I’ve done it – I’ve taken the plunge and signed up for a new mobile phone contract in order to get a Windows Phone 7 handset. The phone was delivered yesterday so I thought that I’d get my first impressions down whilst they were still relatively fresh in my mind.
First, why did I want to get a Windows Phone 7 handset? I’ve been a long-term user of Windows Mobile handsets and although Microsoft have lost their way (until recently) in the mobile market, I’ve been happy with the functionality offered by the devices. I suppose that, as a result of using Windows Mobile, I never really got into an “application” mindspace – I pretty much used the phone as it was with, perhaps, one or two added applications. So switching to an iPhone or an Android for that reason wasn’t high on my list.
I’ve also recently swapped the family email over to Hotmail. That move was partly driven by the fact that WP7 works best when you have a Live ID, but it was also because Hotmail now supports the ActiveSync protocol for easily synchronisation with mobile phones. Now, true, iPhone and Android also support ActiveSync, but there just wasn’t a compelling reason for me to switch over to them. On the one hand, I’ve never been much of a fan of the walled garden that Apple has built and, on the other hand, it seems that Android may be making the same mistakes that Windows Mobile made – too many variations in hardware design leading to some disparity of functionality.
When Windows Phone 7 was announced earlier this year, it really seemed that Microsoft had taken the right route. They’ve come out with a really nice looking user interface, although one that isn’t going to be liked by everyone. They’ve listened to some of the concerns around Windows Mobile and, hopefully, tried to learn from those mistakes. For me, one of the most important ones is updates. With Windows Mobile, the user was at the mercy of the carrier to release updates. The jury seems to be still out regarding Windows Phone 7 updates, but the process should be more-or-less under Microsoft’s control. I love the hub approach that they’ve designed into the phone and it will be interesting to see how developers take to that over time.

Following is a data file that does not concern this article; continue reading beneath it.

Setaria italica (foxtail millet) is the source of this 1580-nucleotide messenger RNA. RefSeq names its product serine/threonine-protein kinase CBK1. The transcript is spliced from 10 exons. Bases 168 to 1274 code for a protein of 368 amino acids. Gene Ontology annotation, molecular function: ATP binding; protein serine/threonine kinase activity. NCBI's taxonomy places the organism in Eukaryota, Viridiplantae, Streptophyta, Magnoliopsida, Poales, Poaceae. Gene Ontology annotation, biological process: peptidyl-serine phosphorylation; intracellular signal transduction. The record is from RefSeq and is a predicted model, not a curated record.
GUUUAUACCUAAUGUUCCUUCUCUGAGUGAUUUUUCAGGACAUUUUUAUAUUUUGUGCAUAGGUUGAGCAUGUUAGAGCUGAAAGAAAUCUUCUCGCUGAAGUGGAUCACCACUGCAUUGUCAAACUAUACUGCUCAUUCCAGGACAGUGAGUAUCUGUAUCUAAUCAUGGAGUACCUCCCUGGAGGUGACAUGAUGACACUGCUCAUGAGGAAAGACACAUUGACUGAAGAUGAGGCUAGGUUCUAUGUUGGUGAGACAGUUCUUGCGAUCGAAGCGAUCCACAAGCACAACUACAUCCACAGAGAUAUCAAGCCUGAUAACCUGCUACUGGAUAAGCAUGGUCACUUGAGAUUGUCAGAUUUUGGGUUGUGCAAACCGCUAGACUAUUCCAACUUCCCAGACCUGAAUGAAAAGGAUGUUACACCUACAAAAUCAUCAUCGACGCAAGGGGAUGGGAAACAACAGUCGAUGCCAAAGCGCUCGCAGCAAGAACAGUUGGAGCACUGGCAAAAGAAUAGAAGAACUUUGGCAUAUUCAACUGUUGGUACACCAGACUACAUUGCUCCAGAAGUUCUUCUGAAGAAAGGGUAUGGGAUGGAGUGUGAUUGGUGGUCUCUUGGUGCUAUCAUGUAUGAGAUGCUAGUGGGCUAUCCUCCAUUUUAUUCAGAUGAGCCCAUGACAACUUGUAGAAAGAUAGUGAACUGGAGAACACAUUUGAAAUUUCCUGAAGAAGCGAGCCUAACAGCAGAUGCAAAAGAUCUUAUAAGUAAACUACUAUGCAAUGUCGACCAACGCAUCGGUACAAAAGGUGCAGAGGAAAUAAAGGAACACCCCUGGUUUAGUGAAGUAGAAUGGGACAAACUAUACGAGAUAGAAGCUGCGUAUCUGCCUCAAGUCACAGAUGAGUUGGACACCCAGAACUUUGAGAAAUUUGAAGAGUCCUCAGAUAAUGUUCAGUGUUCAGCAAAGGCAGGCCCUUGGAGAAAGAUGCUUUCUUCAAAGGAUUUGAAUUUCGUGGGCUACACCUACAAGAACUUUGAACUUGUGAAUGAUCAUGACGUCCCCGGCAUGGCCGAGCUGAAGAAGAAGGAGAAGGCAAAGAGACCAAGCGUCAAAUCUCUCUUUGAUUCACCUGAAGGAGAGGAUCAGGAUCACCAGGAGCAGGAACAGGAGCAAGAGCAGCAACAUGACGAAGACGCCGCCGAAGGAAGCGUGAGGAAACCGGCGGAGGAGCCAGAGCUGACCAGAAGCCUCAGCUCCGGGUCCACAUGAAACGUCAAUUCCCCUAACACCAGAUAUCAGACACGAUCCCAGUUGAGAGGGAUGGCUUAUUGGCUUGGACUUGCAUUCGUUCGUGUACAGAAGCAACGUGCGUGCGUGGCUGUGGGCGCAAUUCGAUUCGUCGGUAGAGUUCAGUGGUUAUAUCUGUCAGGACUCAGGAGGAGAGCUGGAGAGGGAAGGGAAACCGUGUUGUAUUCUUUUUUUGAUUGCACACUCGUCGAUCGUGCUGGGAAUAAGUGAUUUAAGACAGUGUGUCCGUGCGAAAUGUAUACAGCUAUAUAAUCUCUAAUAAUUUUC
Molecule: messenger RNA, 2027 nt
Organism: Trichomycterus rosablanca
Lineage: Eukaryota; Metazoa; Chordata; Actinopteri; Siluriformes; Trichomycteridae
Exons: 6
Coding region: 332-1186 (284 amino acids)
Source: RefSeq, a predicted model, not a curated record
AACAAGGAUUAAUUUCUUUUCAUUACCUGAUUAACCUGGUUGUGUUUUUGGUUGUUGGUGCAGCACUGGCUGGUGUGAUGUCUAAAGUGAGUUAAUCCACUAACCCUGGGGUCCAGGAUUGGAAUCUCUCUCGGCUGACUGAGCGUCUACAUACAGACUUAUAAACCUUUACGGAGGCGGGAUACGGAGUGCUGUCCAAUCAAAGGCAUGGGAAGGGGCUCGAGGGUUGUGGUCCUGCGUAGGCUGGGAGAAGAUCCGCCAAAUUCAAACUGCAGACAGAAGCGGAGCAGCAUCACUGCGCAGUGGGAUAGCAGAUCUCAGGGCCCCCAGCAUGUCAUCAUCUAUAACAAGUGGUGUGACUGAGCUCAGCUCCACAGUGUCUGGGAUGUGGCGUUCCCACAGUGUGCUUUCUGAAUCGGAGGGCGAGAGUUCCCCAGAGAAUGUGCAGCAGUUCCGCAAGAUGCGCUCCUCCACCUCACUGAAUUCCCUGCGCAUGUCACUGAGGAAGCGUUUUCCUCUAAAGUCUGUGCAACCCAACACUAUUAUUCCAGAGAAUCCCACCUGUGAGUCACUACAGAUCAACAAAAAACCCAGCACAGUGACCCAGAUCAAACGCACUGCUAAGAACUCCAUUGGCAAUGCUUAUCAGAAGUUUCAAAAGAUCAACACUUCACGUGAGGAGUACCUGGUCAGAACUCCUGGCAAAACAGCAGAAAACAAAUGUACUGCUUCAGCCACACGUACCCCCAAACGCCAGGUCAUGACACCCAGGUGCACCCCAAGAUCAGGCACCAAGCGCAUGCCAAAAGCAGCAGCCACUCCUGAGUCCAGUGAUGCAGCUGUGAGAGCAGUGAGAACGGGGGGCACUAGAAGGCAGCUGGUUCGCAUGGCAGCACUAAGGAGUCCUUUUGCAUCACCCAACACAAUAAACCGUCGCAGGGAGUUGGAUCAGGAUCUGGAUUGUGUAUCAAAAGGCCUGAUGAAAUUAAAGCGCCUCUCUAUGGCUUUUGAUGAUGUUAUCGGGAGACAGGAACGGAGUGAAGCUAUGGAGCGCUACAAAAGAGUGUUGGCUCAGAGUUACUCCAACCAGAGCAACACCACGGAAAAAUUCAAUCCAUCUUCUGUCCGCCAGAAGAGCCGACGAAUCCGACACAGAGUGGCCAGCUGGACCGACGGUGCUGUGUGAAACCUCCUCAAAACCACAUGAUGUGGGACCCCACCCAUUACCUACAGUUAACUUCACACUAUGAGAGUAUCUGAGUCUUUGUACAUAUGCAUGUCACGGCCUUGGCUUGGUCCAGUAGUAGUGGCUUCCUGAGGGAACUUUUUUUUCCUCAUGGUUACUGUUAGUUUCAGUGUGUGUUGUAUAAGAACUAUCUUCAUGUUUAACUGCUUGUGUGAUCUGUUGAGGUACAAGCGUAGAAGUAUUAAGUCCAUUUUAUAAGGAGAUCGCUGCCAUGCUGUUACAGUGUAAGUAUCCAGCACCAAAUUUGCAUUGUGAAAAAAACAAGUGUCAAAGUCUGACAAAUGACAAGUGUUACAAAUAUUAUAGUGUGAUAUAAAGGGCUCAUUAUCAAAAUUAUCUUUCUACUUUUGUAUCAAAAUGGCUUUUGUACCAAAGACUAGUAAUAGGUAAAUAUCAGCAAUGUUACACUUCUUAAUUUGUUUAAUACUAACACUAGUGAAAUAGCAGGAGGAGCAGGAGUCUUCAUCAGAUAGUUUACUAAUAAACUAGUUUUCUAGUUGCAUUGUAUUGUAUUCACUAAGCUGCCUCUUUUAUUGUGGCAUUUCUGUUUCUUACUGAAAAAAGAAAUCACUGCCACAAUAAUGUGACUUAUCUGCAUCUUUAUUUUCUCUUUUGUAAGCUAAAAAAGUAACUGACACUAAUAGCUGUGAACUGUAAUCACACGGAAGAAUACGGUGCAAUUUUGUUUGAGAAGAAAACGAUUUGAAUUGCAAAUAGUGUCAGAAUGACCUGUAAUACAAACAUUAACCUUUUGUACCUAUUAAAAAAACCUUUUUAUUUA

Second, why the LG-E900 handset? With Windows Phone 7, Microsoft have laid down some very strict hardware requirements. As a result, there is not a lot of differentiation between the various models that are available at launch. The Samsung Omnia 7, for example, has an AMOLED screen that is apparently beautiful. For me, the LG handset, the Optimus 7, had some striking differentiators:
- 16GB memory
Most of the handsets come with 8GB. There is interest in handsets that have an accessible socket but I’m glad I haven’t gone down that route – the latest news is that if you want to use such a socket, you are going to need a memory card that has been certified for use with Windows Phone 7 … and there aren’t any.
I like my media, so I’m planning to put videos and TV programmes onto my phone for watching. I’m hoping it will eventually replace my Archos for playing videos. As such, I wanted as much memory as I could get.
- Built-in application to provide DNLA support
We have a fairly well connected house, including a Windows 7-based Media Center PC that is connected to the main living room TV. Having the ability to stream photos, music and videos from my phone to the PC (and thus onto the TV) intrigues me. I’ve long been interested in DNLA but not had enough equipment so far to actually try it out. I’ll report back on this one when I’ve tried it.
- Hardware support for TV out
As I mentioned above, I use an Archos heavily for watching ripped DVDs when away from home. A lot of the time I do this by plugging the Archos directly into a TV set. The LG Optimus 7 was the only Windows Phone handset that I saw mentioned TV out capability. It looks like I need to buy a special cable to achieve it, and it is likely to be only composite video, but we’ll see how it goes.
The launch of Windows Phone 7 has been carefully controlled. I think that this is one of the reasons why all of the handsets so far released are only available exclusively from the mobile carriers. I could not find the LG E900 available SIM-free and contract-free – it was only available from Vodafone which was a bit of a shame as I had just got onto a sweet deal from Tesco for £10 a month.
Still, I compared the various contracts and costs from Vodafone and finally settled on their 18-month, £35 a month contract. This gave me the handset free along with 900 minutes a month, unlimited texts and 500MB data per month. That was a £25 uplift, so the handset has effectively cost me £450 – not an outrageous price for this sort of device. I will need to either replace the handset, though, after 18 months or switch to a cheaper tariff otherwise the LG will end up costing me more than that.